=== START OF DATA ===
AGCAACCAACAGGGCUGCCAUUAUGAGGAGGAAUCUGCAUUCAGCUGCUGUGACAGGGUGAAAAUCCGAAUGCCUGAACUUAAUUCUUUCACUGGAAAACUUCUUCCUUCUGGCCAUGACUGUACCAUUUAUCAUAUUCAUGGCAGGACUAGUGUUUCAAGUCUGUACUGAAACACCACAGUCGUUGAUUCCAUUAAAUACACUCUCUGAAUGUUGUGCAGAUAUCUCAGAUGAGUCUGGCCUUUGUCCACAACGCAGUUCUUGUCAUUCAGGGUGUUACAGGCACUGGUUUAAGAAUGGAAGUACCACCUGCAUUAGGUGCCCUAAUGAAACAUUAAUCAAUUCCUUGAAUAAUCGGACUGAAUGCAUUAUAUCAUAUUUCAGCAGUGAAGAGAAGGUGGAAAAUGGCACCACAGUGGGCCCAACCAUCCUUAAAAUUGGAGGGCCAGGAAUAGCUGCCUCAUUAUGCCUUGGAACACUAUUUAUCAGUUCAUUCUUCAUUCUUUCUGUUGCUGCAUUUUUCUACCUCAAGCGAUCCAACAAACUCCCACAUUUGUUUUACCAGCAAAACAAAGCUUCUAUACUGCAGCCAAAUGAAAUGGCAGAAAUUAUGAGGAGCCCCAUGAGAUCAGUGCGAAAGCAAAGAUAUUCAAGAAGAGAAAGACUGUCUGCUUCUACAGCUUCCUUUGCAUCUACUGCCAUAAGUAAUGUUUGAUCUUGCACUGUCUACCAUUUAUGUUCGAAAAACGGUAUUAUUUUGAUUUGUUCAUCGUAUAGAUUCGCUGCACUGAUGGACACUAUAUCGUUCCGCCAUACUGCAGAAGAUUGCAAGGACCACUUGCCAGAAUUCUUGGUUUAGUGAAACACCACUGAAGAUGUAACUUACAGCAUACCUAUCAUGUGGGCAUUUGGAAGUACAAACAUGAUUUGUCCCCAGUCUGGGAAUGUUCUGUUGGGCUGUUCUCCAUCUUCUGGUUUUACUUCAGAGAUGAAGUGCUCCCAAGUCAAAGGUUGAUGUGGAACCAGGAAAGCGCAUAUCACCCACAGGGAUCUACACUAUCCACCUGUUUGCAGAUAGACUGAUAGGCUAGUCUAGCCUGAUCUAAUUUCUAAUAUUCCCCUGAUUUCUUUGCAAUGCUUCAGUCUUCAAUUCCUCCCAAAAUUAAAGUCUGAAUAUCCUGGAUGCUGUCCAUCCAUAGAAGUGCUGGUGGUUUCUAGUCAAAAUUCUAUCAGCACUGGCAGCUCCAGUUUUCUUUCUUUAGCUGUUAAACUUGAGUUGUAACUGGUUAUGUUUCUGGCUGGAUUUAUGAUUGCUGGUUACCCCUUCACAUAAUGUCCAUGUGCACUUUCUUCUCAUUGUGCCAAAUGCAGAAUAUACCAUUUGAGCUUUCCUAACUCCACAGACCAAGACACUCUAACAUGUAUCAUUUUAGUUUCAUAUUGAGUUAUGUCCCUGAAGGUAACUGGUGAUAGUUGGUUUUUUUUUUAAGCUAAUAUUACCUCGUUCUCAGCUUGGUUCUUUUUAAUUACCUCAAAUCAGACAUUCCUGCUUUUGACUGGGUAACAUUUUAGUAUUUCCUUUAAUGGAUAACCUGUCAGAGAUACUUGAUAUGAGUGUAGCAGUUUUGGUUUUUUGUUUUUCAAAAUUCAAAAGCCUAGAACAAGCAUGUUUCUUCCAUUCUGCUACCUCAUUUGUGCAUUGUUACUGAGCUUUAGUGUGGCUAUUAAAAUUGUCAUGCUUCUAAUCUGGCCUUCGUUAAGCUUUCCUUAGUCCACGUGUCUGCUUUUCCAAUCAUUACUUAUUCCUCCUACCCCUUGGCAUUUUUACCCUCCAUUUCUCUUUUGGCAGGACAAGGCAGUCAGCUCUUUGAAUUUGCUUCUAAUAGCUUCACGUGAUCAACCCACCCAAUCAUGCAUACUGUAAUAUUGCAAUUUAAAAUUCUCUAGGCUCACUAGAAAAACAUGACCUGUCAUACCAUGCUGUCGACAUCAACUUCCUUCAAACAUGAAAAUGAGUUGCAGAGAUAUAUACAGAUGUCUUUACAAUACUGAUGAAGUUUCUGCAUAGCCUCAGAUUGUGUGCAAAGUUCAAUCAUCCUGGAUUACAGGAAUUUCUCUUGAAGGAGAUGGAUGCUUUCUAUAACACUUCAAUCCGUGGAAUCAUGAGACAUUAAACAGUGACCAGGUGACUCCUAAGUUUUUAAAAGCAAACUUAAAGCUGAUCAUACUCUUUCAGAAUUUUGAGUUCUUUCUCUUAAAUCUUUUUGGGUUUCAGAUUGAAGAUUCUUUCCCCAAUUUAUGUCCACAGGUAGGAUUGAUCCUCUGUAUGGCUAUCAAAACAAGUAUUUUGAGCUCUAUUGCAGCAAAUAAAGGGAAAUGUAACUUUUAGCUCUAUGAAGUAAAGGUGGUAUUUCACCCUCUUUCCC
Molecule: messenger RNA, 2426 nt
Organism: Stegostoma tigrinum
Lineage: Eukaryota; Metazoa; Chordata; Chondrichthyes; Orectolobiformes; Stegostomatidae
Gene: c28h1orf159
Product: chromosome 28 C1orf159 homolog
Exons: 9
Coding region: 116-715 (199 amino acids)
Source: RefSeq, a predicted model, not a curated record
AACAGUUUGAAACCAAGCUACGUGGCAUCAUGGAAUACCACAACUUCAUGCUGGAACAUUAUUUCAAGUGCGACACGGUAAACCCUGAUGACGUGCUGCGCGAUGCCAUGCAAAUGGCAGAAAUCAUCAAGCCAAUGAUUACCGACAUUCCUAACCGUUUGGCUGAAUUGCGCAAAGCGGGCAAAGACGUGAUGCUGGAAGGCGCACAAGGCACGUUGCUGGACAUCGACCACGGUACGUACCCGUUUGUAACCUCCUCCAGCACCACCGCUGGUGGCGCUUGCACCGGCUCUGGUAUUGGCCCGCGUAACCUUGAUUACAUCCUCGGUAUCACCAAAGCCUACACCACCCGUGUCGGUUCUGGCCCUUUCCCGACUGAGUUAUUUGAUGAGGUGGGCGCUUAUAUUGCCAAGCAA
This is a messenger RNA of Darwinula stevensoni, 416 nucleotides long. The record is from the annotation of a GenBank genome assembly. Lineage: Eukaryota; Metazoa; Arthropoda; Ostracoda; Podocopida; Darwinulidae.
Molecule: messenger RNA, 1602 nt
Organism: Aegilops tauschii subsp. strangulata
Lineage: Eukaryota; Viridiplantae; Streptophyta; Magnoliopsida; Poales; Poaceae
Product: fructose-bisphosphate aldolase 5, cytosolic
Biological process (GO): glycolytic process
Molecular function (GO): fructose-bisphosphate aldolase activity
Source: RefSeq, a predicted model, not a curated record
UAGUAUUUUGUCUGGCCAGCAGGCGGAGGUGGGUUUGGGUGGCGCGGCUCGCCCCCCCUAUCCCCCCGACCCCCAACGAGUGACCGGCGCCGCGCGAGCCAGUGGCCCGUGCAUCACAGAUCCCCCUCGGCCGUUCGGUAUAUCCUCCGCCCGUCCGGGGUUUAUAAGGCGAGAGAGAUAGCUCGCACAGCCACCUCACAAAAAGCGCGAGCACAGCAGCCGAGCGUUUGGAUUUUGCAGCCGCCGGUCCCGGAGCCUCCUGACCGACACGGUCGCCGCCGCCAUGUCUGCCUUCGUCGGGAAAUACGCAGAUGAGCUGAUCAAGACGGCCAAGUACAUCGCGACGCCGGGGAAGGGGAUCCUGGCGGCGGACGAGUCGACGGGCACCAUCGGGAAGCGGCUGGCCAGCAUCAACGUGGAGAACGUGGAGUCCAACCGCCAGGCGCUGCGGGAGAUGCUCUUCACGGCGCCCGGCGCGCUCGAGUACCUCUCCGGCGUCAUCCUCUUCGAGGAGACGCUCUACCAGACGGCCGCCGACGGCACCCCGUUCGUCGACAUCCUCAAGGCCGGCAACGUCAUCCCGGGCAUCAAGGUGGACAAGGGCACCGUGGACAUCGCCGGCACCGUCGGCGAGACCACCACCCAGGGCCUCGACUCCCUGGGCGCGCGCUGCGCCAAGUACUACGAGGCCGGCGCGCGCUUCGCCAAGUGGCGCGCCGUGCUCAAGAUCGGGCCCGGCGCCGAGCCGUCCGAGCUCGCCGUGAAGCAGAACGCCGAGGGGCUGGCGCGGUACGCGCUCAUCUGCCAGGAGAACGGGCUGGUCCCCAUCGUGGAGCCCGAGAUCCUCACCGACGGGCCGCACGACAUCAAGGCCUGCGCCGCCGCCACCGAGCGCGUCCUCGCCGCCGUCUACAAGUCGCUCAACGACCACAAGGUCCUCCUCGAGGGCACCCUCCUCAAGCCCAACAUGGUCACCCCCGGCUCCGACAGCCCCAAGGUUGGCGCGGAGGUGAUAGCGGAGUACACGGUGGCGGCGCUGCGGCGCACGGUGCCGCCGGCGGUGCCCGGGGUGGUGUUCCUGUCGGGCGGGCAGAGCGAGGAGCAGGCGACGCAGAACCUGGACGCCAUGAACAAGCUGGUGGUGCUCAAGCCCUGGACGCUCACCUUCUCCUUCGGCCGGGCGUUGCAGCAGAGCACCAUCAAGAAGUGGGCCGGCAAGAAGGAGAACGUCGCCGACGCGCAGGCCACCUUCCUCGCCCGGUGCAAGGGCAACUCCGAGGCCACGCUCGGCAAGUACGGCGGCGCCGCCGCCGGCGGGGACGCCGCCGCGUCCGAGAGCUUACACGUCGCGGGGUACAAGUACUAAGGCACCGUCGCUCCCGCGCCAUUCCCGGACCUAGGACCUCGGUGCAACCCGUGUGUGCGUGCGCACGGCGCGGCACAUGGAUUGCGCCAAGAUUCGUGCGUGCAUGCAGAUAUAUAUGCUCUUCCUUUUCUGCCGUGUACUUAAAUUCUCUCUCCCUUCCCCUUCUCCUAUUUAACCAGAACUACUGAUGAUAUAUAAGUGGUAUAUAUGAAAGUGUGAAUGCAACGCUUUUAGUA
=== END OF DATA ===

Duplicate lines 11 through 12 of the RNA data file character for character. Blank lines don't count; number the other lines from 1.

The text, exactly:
This is a messenger RNA of Darwinula stevensoni, 416 nucleotides long. The record is from the annotation of a GenBank genome assembly. Lineage: Eukaryota; Metazoa; Arthropoda; Ostracoda; Podocopida; Darwinulidae.
Molecule: messenger RNA, 1602 nt